Landed Estates
NUI Galway

O'Connell (Barryscourt)


Estate(s)

Name Description
O'Connell The O’Connells are an ancient Gaelic family, whom Burke claims had their origins in county Clare, before moving to West Kerry. The most famous member of the family is Daniel O’Connell, MP and Barrister-at-Law, who was a major political figure in pre-Famine Ireland. At the time of Griffith’s Valuation, Maurice O’Connell was one of the principal lessors in the parishes of Kilcrohane and Templenoe, barony of Dunkerron South and Nohaval, barony of Trughanacmy, while Elizabeth O’Connell was one of the principal lessors in the parish of Aglish, barony of Magunihy. Charles O'Connell was the lessor of several townlands in the parish of Dromod, barony of Waterville at the same time. Large portions of another O'Connell estate, that of the O'Connells of Grena, in the baronies of Magunihy and Trughanacmy were offered for sale in the Encumbered Estates court in 1850 and 1852. Over 1000 acres of the estate of Rickard O'Connell, including the lands at Carhen, were offered for sale in the Encumbered Estates Court in 1854. Lands at Upper Carhen, barony of Iveragh, in the possession of John Primrose, were offered for sale at the same time. In 1859, over 500 acres of land held on lease by Primrose from the O'Connell estate was offered for sale in the Landed Estates Court. Primrose was an agent for the O'Connell estate. Over 2000 acres of Maurice O'Connell's estate was offered for sale in the Encumbered Estates Court in November 1855. Lands at Carhen, on lease to the Barry and Trant families since the 1770s, were offered for sale in November 1857. Premises in Tralee, the property of Maurice Charles O'Connell, were offered for sale in the Landed Estates Court in June 1866. In the 1870s the O’Connell estate at Derrynane amounted to over 17,000 acres. Another member of the family, James, established himself at Killarney in the early nineteenth century, leasing lands from the Herberts. This estate amounted to over 18,000 acres in the 1870s and included lands in the parish of Ratass, barony of Trughanacmy. An offer was made by the Congested Districts Board on over 2000 acres of Sir Maurice O'Connell estate in 1913 while over 8600 acres of the estate of Daniel C. O'Connell was vested in the estate in 1914. Over 2000 acres of Daniel O'Connell's estate was vested in the Board in 1914.
Coppinger (Barryscourt) At the time of Griffith's Valuation members of this county Cork family held land, particularly in the barony of Barrymore. The Coppingers were descended from Stephen Coppinger, Mayor of Cork, who died in 1600. In 1777 William Coppinger of Ballyvolan and Barryscourt, county Cork married his cousin Jane, sister and heiress of Donat McMahon of Clenagh, parish of Kilmaleery, barony of Bunratty Lower, county Clare and had two sons and two daughters. Thomas Henry Coppinger was also a member of this family. In the 1850s their eldest son, William Coppinger of Barryscourt, county Cork and Ballylean, county Clare, held six townlands in the parish of Killadysert, one townland in the parish of Kilfiddane, barony of Clonderalaw, county Clare and four townlands in the parish of Carrigtohill and a townland in the parishes of Caherlag, barony of Barrymore and St Annes Shandon, barony of Cork, county Cork. Over 6,800 acres in the baronies of Clonderalaw and Islands, county Clare, were advertised for sale in April 1853. The Coppingers also held some property in the Cashel locality, county Tipperary. William Coppinger died unmarried in 1862 and all his estates passed to his nephew, Morgan John O’Connell, son of Elizabeth Coppinger and John O’Connell of Grenagh, county Kerry, a brother of Daniel O’Connell of Derrynane. The Coppingers of Rossmore were a junior branch of the Barryscourt family.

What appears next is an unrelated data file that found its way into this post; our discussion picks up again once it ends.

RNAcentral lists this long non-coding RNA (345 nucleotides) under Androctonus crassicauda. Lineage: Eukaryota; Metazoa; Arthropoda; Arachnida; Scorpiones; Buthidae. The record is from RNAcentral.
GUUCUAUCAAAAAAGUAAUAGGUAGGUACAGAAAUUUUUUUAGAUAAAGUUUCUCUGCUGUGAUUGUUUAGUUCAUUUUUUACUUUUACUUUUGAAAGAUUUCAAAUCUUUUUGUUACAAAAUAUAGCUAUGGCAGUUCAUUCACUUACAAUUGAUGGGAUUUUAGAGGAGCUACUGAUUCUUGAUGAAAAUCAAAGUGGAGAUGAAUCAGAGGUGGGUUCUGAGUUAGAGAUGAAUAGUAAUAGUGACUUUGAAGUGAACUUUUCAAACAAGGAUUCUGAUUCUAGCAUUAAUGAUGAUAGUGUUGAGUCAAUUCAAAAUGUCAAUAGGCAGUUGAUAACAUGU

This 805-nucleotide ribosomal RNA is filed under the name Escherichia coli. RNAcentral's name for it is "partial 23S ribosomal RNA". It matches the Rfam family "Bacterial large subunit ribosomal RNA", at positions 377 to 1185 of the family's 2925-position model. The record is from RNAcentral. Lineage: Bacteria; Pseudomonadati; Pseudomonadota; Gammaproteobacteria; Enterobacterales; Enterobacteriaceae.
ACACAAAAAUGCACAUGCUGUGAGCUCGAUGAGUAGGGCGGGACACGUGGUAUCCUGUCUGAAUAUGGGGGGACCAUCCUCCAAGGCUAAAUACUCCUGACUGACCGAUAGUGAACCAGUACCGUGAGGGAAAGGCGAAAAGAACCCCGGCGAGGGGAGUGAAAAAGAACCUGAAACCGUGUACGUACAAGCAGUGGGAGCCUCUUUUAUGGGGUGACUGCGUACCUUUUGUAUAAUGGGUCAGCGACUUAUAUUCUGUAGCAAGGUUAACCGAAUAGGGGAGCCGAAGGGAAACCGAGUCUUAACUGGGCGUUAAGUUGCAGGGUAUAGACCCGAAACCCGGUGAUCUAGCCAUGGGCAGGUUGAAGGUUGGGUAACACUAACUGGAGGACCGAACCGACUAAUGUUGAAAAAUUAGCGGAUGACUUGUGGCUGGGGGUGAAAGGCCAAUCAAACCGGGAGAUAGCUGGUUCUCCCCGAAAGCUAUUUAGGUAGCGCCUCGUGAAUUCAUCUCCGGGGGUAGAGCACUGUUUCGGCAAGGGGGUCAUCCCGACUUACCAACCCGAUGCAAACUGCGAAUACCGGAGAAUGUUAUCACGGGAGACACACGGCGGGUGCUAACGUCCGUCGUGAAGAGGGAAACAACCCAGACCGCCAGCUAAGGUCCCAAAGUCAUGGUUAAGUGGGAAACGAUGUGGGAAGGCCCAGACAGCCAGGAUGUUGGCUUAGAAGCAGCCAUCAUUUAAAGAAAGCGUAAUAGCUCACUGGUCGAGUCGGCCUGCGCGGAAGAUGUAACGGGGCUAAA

O'Connell (Barryscourt) Morgan John O’Connell was a son of John O’Connell of Grenagh, county Kerry, and his wife Elizabeth Coppinger and a nephew of Daniel O’Connell of Derrynane Abbey. He inherited the Coppinger estates of his grandfather in counties Cork and Clare following the death of his uncle William Coppinger in 1862. He married Mary Anne a daughter of Charles Bianconi and died in 1875. His representatives owned 1,102 acres in county Cork in the 1870s. His county Clare estate was in the parishes of Killadysert and Kilfiddane, barony of Clonderalaw. In the 1870s his son John Charles William Coppinger O’Connell owned 4,740 acres in county Clare. J.C.W.C. O’Connell assumed the additional surname of Bianconi following the death of his mother in 1908.
O'Connell (Grena) A branch of the O'Connell family of Derrynane, the O'Connells owned an estate at Grenagh, near Killarney, until the 1850s, when it had to be sold. The Ordnance Survey Name Books mention that John O'Connell was leasing this property from the Herbert estate in the late 1830s. The estate also held over 1200 acres in county Cork. John O'Connell was one of the principal lessors in the parishes of Dromdaleague and Kilcrohane, West Carbery and Kilmocomoge, barony of Bantry, at the time of Griffith's Valuation. In the 1870s Daniel James O'Connell of Grenagh owned 1,898 acres in county Cork and 603 acres in county Kerry.
Bianconi Charles Bianconi, an Italian, arrived in Ireland in the early 19th century and worked as a travelling salesman in the Tipperary/ Waterford region. By the 1820s he had begun to establish a car transport business for the conveyance of passengers between the main towns. By the mid 19th century Bianconi had become a very wealthy man and held an estate in the parish of Ardmayle, barony of Middlethird, county Tipperary. In the 1870s Charles Bianconi of Longfield, Cashel, owned 2,215 acres in county Tipperary. Bianconi died in 1875.